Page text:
The epigenetics of food choice and mate choice

August 1, 2011 | James Kohl

The same results are interpreted two ways, but there is only one model for food choice and for mate choice. That model is clearly based on ‘olfaction’, even as it is portrayed in bacteria.

1. “Nature” posits that bacteria are sniffing out their food.  Bacteria sniff out their food. The simplest form of cellular life can scent nutrients from a distance. Nijland, R. & Burgess, J. G. Biotechnology Journal (2010) Source Nature

2. “The Scientist” posits that bacteria are sniffing out each other. Bacteria sniff each other out. When sensing the presence of other species, bacteria meet the textbook definition for olfaction. Nijland, R. & Burgess, J. G. “Bacterial olfaction,” Biotechnology Journal, 2010. Source: The Scientist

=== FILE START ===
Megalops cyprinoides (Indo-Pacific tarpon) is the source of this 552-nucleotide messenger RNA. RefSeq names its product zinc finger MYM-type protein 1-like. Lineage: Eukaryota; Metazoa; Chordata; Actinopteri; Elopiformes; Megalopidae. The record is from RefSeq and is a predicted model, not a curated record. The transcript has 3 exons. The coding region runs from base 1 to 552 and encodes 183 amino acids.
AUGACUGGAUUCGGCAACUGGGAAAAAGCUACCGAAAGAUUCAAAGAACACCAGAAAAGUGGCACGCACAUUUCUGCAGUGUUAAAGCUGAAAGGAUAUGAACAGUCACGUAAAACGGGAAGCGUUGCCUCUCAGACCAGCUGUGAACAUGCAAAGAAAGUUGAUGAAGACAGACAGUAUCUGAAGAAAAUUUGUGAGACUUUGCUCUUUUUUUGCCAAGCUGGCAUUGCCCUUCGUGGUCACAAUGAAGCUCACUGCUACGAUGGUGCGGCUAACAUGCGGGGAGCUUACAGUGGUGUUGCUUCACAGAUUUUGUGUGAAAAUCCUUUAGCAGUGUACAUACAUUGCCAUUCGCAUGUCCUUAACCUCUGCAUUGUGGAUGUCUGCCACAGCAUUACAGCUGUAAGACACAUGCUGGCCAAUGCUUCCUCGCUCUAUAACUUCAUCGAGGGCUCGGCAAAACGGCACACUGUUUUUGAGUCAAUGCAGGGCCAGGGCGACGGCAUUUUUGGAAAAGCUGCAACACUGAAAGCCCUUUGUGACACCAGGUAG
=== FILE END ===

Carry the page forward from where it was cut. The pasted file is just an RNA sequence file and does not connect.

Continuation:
The all-too-common visual approach to human physical attraction is akin to the visual perception of attractive foods being causal to the development of food preferences. I discussed this in my July 2, 2010 presentation to the American Mensa Society, as seen in these two ( of four) 5-minute excerpts from the presentation:



James Vaughn Kohl

James Vaughn Kohl

James Vaughn Kohl was the first to accurately conceptualize human pheromones, and began presenting his findings to the scientific community in 1992. He continues to present to, and publish for, diverse scientific and lay audiences, while constantly monitoring the scientific presses for new information that is relevant to the development of his initial and ongoing conceptualization of human pheromones.